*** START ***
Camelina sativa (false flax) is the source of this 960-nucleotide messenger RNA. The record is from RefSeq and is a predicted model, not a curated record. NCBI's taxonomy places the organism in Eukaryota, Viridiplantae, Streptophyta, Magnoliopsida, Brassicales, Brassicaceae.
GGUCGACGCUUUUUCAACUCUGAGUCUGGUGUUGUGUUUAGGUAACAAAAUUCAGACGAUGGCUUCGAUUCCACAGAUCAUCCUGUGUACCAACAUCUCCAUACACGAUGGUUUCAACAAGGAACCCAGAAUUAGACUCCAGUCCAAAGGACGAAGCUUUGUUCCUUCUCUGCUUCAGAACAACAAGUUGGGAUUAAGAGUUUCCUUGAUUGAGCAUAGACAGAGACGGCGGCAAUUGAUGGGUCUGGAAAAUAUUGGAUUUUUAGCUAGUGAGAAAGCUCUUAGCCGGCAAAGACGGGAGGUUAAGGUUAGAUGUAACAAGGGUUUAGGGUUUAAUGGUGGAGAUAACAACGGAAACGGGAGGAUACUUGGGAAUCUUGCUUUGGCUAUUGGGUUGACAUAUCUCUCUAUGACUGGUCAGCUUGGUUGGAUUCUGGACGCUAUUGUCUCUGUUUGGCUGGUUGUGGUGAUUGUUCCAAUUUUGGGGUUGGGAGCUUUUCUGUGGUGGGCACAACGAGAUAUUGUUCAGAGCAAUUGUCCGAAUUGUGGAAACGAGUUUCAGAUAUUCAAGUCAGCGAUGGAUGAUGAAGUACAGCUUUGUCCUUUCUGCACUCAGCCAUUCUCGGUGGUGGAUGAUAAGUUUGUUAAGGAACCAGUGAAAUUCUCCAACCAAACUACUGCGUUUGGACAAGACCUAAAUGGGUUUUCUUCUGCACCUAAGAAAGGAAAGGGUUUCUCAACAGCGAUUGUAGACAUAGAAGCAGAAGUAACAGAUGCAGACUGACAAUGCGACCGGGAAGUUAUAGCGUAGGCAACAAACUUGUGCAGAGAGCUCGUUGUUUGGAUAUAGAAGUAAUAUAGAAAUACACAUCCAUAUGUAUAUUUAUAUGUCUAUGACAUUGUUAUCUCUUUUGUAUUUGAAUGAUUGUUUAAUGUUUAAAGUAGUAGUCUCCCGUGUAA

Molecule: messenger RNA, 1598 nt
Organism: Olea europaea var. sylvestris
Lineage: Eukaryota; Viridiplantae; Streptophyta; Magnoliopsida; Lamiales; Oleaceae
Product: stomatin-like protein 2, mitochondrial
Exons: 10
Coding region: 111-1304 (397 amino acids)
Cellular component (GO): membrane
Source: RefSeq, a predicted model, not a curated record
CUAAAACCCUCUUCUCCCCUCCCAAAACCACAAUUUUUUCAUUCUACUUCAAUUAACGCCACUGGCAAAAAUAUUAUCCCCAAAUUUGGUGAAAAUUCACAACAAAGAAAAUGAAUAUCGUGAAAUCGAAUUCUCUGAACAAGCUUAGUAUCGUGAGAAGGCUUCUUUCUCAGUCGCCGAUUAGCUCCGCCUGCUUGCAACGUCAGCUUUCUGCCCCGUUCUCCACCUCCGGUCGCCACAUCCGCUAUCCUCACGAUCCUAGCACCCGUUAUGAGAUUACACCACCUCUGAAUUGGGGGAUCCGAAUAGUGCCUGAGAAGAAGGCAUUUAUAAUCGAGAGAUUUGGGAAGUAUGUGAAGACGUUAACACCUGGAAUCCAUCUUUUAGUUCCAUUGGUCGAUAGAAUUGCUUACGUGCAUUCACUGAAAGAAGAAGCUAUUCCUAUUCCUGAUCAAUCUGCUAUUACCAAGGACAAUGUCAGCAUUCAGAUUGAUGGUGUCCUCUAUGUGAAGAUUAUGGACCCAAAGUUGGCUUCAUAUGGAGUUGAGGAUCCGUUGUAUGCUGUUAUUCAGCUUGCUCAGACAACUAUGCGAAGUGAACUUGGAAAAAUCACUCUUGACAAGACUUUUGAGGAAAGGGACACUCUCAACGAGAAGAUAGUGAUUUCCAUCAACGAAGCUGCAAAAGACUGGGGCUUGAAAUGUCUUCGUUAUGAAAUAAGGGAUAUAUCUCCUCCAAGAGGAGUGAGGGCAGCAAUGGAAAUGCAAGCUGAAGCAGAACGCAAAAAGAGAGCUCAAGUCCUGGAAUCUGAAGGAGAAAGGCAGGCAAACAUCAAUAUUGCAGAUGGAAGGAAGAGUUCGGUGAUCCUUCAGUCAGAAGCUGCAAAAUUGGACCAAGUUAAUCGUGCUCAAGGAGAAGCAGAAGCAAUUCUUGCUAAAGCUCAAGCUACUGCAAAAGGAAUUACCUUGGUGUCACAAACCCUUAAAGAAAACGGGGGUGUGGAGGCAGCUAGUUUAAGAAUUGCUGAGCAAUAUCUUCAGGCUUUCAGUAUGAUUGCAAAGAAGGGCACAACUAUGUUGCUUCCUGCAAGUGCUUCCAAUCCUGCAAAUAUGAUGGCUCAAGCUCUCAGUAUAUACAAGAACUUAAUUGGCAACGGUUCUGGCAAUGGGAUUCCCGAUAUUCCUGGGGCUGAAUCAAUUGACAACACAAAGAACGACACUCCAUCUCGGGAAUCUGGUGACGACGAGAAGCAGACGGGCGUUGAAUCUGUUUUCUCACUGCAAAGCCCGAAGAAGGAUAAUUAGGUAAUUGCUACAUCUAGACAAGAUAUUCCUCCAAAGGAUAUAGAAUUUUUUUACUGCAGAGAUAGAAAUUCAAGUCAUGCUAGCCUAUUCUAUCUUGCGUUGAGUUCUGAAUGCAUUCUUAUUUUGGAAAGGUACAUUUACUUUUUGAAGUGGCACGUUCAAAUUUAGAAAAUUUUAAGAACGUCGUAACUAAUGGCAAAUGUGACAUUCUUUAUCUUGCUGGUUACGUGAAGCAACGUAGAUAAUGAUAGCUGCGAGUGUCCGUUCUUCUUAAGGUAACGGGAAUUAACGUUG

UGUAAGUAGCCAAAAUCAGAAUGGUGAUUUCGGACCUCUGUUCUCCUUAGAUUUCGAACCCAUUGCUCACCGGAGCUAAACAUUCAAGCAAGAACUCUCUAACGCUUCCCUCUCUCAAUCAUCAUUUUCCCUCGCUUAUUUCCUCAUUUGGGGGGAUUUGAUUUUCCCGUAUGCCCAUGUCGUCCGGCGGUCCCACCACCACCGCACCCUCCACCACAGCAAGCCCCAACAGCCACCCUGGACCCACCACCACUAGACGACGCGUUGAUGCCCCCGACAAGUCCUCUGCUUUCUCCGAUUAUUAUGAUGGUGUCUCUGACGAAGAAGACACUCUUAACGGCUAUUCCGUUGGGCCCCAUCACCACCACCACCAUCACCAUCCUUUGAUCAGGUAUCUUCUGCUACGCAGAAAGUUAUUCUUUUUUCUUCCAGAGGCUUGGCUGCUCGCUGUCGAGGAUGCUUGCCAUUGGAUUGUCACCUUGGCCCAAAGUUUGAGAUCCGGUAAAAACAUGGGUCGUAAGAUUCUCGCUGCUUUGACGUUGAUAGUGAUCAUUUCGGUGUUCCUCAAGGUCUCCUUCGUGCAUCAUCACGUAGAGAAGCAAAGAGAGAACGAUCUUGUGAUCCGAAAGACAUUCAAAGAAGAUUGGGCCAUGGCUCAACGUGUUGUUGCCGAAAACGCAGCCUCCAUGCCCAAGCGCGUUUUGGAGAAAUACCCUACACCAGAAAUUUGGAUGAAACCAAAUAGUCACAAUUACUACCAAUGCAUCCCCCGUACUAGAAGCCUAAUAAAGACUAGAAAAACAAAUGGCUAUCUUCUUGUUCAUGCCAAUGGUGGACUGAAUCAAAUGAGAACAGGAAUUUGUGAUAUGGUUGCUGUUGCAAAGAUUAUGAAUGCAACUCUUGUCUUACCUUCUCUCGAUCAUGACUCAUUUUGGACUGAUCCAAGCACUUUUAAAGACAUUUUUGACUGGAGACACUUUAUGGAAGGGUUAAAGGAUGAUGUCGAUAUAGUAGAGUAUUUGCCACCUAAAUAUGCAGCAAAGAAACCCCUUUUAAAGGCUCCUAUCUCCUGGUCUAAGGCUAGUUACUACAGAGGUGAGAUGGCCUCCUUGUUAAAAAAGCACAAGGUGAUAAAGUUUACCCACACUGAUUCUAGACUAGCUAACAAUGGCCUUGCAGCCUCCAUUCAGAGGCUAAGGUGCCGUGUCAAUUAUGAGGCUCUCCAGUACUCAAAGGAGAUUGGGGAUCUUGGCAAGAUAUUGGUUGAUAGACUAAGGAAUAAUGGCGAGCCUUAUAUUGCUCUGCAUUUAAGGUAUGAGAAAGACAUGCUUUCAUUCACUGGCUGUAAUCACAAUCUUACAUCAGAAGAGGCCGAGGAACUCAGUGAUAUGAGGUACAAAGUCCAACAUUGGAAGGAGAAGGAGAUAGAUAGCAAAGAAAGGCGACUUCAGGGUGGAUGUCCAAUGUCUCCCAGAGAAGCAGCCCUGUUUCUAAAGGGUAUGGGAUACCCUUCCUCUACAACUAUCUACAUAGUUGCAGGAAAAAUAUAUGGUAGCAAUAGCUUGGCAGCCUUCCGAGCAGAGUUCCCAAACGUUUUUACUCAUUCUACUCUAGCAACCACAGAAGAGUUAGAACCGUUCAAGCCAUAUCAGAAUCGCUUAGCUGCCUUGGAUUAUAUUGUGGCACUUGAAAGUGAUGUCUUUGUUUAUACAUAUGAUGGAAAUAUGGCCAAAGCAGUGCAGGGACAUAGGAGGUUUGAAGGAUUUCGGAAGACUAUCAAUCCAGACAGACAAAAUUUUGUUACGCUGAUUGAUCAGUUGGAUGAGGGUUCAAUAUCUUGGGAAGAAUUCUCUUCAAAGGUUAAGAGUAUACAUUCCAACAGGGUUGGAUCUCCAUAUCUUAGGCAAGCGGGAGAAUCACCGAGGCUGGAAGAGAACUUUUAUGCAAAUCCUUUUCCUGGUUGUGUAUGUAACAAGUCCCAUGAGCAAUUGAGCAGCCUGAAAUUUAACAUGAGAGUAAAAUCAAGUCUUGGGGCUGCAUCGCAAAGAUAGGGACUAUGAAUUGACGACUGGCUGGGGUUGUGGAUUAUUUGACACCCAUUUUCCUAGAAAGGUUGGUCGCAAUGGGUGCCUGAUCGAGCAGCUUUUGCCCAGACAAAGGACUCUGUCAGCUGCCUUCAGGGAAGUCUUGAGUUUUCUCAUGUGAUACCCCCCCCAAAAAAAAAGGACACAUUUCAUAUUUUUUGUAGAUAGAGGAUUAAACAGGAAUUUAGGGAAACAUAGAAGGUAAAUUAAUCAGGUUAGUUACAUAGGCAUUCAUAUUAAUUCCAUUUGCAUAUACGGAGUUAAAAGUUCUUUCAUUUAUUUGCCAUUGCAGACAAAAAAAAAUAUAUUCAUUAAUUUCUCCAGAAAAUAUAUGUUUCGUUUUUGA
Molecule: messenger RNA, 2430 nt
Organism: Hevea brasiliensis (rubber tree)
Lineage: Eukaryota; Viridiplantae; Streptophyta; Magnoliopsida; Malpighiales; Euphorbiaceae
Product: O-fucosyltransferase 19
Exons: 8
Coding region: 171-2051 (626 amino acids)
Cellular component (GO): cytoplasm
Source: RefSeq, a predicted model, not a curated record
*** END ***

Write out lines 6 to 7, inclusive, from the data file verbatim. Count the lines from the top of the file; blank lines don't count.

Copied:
Product: stomatin-like protein 2, mitochondrial
Exons: 10